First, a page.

The Special Danger03 October 2011
In The Special Danger Givan Lötz draws attention to conflated notions of Death, Sex, and Spirituality. Owing to a philosophical reading of the Ecstatic Experience, Lötz measures the ethics of Eroticism up against the aesthetics of Prohibition, suggesting a form of reasoning without boundaries. From Lötz’s perspective, without Prohibition there can be no transgression and therefore no Eroticism.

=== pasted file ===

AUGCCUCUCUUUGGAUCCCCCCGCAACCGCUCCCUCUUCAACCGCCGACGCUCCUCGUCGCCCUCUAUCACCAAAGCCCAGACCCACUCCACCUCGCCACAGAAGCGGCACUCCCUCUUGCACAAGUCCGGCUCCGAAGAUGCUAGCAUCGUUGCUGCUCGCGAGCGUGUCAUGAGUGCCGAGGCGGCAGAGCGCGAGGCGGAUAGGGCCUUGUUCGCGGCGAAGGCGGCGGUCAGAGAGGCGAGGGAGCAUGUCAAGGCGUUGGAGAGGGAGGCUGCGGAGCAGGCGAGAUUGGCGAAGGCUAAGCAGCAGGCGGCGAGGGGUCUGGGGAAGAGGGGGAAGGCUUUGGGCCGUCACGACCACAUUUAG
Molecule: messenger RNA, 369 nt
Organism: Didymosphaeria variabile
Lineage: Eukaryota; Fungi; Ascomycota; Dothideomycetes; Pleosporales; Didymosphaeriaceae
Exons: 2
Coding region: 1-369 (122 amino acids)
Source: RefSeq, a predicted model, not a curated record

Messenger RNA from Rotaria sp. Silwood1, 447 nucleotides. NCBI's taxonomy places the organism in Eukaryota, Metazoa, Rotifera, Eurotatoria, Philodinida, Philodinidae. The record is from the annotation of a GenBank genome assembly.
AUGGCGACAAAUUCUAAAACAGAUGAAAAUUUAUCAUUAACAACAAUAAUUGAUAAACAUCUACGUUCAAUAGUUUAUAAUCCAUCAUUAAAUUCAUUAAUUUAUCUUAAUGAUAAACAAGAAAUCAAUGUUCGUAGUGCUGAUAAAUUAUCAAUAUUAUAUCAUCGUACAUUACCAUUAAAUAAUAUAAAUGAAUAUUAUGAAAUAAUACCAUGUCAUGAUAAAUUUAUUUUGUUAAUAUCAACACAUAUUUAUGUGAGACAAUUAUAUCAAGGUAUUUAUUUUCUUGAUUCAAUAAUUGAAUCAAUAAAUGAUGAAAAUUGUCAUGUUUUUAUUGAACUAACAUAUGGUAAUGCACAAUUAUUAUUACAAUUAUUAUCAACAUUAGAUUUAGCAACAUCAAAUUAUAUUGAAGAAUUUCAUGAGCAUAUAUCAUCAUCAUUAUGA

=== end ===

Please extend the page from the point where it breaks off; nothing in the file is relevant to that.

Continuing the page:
The ubiquitous relationship between proximity and promiscuity in relation to Eroticism and Prohibition is unpacked in The Special Danger, manifested in four interrelated pictorial concepts pertaining to birth, Sex, and Death. A fifth central sculptural concept is included and given the tentative and simultaneous role of the overseer and offender, also acting as an anchoring agent for the display of the entire narrative. In all, the five concepts include: The Ecstatic Experience, Death & Danger, Sex Death, Eroticism & Perversion, and Sacred Boundaries & Transgression.